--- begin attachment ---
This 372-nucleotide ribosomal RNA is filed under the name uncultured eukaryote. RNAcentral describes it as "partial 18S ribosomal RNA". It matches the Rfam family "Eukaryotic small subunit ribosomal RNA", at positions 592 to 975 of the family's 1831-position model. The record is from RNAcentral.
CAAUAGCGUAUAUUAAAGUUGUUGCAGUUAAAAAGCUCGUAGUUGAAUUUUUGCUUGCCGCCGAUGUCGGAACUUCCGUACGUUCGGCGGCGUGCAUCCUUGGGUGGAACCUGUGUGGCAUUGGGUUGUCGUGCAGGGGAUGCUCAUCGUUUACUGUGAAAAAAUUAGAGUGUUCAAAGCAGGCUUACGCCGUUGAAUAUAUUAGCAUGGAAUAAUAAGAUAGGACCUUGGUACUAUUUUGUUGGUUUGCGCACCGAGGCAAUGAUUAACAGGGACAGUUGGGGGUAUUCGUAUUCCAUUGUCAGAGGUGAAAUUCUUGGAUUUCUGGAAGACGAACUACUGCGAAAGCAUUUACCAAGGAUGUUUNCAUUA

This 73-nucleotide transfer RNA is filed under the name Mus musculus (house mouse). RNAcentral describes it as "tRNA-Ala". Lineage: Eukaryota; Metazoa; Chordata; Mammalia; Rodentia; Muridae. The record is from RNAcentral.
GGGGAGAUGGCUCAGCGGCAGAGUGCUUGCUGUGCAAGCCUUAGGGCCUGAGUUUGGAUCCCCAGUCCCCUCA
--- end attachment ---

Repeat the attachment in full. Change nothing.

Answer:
This 372-nucleotide ribosomal RNA is filed under the name uncultured eukaryote. RNAcentral describes it as "partial 18S ribosomal RNA". It matches the Rfam family "Eukaryotic small subunit ribosomal RNA", at positions 592 to 975 of the family's 1831-position model. The record is from RNAcentral.
CAAUAGCGUAUAUUAAAGUUGUUGCAGUUAAAAAGCUCGUAGUUGAAUUUUUGCUUGCCGCCGAUGUCGGAACUUCCGUACGUUCGGCGGCGUGCAUCCUUGGGUGGAACCUGUGUGGCAUUGGGUUGUCGUGCAGGGGAUGCUCAUCGUUUACUGUGAAAAAAUUAGAGUGUUCAAAGCAGGCUUACGCCGUUGAAUAUAUUAGCAUGGAAUAAUAAGAUAGGACCUUGGUACUAUUUUGUUGGUUUGCGCACCGAGGCAAUGAUUAACAGGGACAGUUGGGGGUAUUCGUAUUCCAUUGUCAGAGGUGAAAUUCUUGGAUUUCUGGAAGACGAACUACUGCGAAAGCAUUUACCAAGGAUGUUUNCAUUA

This 73-nucleotide transfer RNA is filed under the name Mus musculus (house mouse). RNAcentral describes it as "tRNA-Ala". Lineage: Eukaryota; Metazoa; Chordata; Mammalia; Rodentia; Muridae. The record is from RNAcentral.
GGGGAGAUGGCUCAGCGGCAGAGUGCUUGCUGUGCAAGCCUUAGGGCCUGAGUUUGGAUCCCCAGUCCCCUCA